That’s all for now, If you think some of this is scary unplug your network cable and play solitaire for the rest of your life.
The only way to know you are secure is to test it
Antiviruses,anti-malware, spyhunters, spam filters are like religion .There to give hope ..use your common sense.
Reminiscing in my office doing some internet research, coding and tweeting, a thought just crossed my mind about how far Kenya has come technologically , what i have seen and done while in this Kenyan tech-wagon. In a nutshell I would like to blog about a few things.
VOICE and DATA
I remember them days, when it came to phone calls you had to get to a call box (the Telkom ones). They were positioned in strategic places where not everyone could access the box and if you managed to get to one you had to patient .The queues were not only long, you had to wait for guys who were waiting for calls (real calls and the then common reverse calls).This are times when one had no privacy whatsoever, call times were limited for the guys calling from offices using office phones there was fear of being fired for misuse of office phone which were for official calls only.
Then came Kencell (now Zain) and Safaricom this when sanity came I remember my Dad had this Nokia3310 going for KSH.15000 (I wonder if they are still being sold), a whooping KSH 15000 is an equivalent of a Smartphone ,here we are referring a 3G enabled ,memory slot , Bluetooth handset with up to date features (you can get an androids and others regardless of the inflation and Kenya shilling loosing value).
I could tell guys how my dad had a Nokia 3310 and it was unbelievable I remember telling guys how I knew how to use ,dial and make calls (thanks it dint have Much ) ,I was seen as the lucky and cool guy amongst my peers.
Buying and using a phone at that time was damn expensive, the least airtime to be purchased was KSH.250 which never lasted for any serious call(now there is bamba KSH5 which is enough) ,this the time when the now Zain only targeted the cooperates (big fish) ,the small fish the kawaida guy was not considered ,I remember mostly the India-Kenyans were synonymous with Kencell . Safaricom came in and targeted the kawaida person although there network coverage and quality was lousy at that time compared to Kencell. Safaricom got more subscribes (I wonder why Zain is complaining right now) and took over the market (If you snooze you loose big-time). This went on for some time and now Safaricom still the leaders but Zain being the cheapest thus preferable .I can now make calls at a cheaper rate without fear thanks to Zain call rate as low as KSH.1 and high as KSH.3.Not to forget the entrance of new providers YU and Orange hope they will catch up, this is possible if and only if they come up with innovative, affordable and competitive Kenyan products geared toward helping the consumers and developers.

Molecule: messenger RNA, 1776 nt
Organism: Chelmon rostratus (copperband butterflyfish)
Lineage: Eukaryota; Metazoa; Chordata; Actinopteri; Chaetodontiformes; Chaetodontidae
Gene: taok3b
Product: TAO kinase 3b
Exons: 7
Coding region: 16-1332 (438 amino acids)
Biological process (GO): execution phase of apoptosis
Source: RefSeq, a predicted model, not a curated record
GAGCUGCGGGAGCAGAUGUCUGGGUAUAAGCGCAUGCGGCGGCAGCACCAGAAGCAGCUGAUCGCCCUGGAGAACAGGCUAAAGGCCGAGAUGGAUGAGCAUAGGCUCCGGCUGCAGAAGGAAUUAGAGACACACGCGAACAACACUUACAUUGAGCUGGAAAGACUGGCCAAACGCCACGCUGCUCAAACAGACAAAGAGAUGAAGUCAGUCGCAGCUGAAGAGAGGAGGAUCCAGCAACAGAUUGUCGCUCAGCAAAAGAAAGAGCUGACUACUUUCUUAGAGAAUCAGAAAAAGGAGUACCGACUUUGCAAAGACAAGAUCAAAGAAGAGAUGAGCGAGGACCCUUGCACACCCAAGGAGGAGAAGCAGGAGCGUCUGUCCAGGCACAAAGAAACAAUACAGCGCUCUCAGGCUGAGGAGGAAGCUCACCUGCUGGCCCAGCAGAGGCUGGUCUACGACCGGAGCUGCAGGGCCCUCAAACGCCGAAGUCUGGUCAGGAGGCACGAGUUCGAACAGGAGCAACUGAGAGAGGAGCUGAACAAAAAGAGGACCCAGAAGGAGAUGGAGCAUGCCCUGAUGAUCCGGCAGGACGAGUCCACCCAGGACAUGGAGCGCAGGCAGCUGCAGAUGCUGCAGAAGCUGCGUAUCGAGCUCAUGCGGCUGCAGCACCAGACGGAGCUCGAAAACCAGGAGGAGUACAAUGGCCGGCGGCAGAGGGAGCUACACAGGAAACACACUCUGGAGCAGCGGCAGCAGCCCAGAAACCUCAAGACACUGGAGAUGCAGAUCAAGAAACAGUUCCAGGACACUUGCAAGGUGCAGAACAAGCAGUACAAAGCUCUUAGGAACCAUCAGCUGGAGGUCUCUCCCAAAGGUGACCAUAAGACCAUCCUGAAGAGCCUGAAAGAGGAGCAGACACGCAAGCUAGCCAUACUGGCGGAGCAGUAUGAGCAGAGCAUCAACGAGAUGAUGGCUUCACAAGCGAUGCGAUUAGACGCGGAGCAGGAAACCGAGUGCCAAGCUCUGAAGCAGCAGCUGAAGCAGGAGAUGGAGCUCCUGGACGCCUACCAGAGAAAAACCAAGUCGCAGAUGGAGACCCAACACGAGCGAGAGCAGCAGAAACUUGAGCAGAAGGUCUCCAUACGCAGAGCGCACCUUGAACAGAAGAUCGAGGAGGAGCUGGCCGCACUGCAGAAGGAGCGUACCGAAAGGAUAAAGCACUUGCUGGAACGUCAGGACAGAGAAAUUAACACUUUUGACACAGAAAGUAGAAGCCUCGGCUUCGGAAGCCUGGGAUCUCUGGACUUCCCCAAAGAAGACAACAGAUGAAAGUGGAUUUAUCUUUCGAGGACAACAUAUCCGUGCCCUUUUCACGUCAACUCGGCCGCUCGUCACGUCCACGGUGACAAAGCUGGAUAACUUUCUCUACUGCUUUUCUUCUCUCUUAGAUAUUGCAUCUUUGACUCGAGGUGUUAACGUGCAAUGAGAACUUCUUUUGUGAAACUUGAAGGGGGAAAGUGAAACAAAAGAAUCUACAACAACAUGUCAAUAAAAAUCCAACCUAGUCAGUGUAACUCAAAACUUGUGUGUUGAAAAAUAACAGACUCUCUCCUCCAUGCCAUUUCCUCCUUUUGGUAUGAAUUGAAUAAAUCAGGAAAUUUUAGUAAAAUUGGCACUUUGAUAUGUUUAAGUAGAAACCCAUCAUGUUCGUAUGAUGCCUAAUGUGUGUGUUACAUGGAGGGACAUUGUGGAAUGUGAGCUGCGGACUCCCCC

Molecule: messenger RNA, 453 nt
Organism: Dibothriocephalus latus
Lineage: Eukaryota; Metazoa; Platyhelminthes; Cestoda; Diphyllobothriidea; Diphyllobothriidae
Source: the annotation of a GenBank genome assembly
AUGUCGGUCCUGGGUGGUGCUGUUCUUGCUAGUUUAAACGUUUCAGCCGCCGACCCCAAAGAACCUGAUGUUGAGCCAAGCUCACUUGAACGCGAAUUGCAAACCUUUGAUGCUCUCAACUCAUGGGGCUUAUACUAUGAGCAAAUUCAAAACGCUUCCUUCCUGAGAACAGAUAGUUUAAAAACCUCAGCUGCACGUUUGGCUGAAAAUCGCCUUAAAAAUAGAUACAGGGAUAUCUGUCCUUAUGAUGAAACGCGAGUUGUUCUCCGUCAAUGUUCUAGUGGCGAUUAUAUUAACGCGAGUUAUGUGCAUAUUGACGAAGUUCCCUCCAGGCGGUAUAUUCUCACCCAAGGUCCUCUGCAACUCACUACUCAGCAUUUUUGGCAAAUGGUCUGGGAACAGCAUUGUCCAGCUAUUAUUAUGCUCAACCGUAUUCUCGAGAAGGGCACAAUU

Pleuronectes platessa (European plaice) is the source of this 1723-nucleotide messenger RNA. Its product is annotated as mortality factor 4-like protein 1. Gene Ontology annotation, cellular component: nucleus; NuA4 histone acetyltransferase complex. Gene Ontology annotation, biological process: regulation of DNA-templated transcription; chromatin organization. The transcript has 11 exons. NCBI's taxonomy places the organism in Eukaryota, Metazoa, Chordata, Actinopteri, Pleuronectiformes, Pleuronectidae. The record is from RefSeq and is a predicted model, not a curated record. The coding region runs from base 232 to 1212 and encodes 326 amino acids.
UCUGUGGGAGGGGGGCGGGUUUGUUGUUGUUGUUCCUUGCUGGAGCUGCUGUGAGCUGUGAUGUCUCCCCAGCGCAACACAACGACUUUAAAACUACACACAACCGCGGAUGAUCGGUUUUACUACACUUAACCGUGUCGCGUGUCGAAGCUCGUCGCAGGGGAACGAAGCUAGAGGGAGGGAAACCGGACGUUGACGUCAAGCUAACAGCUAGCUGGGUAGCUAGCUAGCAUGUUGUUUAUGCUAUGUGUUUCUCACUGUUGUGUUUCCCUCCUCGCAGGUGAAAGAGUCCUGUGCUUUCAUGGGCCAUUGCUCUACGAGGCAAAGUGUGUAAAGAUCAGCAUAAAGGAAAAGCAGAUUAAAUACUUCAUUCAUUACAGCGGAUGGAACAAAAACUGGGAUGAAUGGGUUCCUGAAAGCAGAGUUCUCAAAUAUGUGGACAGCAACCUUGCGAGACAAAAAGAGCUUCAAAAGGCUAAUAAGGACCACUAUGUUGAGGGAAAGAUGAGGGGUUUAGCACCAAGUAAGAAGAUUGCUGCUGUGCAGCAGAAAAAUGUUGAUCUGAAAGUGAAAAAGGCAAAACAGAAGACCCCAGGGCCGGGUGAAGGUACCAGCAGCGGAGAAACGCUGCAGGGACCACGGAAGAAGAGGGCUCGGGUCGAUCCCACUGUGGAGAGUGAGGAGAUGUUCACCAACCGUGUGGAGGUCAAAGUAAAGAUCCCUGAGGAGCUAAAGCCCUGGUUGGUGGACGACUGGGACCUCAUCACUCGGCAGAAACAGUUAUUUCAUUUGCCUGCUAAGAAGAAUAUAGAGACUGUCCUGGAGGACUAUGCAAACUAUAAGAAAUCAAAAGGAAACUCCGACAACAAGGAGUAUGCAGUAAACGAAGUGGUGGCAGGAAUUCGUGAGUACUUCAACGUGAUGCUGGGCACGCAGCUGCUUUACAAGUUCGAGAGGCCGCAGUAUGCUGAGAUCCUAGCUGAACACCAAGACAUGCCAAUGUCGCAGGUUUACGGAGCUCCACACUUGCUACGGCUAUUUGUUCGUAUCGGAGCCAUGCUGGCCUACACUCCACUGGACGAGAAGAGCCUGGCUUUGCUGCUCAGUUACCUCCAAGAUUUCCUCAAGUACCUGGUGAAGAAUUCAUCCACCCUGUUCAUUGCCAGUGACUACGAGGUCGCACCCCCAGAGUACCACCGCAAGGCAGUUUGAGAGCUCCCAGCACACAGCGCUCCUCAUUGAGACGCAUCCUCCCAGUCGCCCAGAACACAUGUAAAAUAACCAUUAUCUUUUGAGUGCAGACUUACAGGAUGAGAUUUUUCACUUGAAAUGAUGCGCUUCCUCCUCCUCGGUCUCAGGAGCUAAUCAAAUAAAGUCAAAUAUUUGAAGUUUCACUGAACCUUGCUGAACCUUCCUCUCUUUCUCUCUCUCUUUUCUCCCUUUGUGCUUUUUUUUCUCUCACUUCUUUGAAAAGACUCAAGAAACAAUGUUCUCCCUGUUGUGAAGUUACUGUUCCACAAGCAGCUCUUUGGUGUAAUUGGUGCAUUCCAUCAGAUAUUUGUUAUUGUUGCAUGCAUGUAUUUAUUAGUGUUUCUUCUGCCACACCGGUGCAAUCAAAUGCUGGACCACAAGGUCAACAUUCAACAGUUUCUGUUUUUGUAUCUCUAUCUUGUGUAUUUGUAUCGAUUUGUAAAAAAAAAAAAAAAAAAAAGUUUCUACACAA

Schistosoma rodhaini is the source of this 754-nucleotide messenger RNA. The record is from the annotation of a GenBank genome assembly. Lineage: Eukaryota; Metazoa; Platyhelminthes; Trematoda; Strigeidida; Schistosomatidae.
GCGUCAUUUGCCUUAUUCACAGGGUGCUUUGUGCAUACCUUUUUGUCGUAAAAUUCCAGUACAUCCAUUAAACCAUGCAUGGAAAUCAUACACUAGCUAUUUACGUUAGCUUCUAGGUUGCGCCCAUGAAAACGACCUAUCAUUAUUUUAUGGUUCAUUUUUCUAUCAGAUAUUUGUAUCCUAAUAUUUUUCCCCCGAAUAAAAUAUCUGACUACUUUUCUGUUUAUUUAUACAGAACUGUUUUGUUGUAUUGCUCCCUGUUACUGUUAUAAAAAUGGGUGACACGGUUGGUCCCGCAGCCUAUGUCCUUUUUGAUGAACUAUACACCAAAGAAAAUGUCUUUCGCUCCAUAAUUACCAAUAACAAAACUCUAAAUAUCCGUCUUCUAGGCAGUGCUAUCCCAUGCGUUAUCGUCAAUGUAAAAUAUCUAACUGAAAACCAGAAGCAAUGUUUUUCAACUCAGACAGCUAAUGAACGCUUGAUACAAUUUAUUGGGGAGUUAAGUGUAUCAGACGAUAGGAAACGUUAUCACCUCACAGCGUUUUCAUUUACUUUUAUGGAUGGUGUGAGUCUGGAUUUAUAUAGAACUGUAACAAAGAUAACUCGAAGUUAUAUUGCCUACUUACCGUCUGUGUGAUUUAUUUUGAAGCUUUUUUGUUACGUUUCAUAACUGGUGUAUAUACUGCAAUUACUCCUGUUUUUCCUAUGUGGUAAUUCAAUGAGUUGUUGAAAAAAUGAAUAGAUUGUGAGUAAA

Data speeds, rates and Charges have really changed compared to the past, the past I mean not long ago because when cell phones came in Kenya, I never saw a colored screen we used to call the terminals, GPRS and 3G were like riding in a UFO .Phones had WAP which I never understood its work .It never worked .Then came GPRS which fascinated most guys but we dint have local content and guys used it to download ringtones and wallpapers the immoral one would download porn clips. After GPRS came Enhanced Data Rates for GSM Evolution (EDGE) or Enhanced GPRS this is faster guys could use them for surfing the internet, it is still being used by guys who are rigid this has evolved to 2G to 2.7G then 3G which all the networks have not fully implemented .Safaricom was first to roll 3G they have the best speeds compared to the rest ,the charges are higher good for anyone who want to do some serious thing without delays from the network .Overheard they are testing 4G but for anyone who is interested in poking a friend and checking some mail can use services from other providers nothing much can be done (you pay peanuts you get monkey)Orange has 3G it but only in Nairobi CBD .We need faster speeds at affordable prices .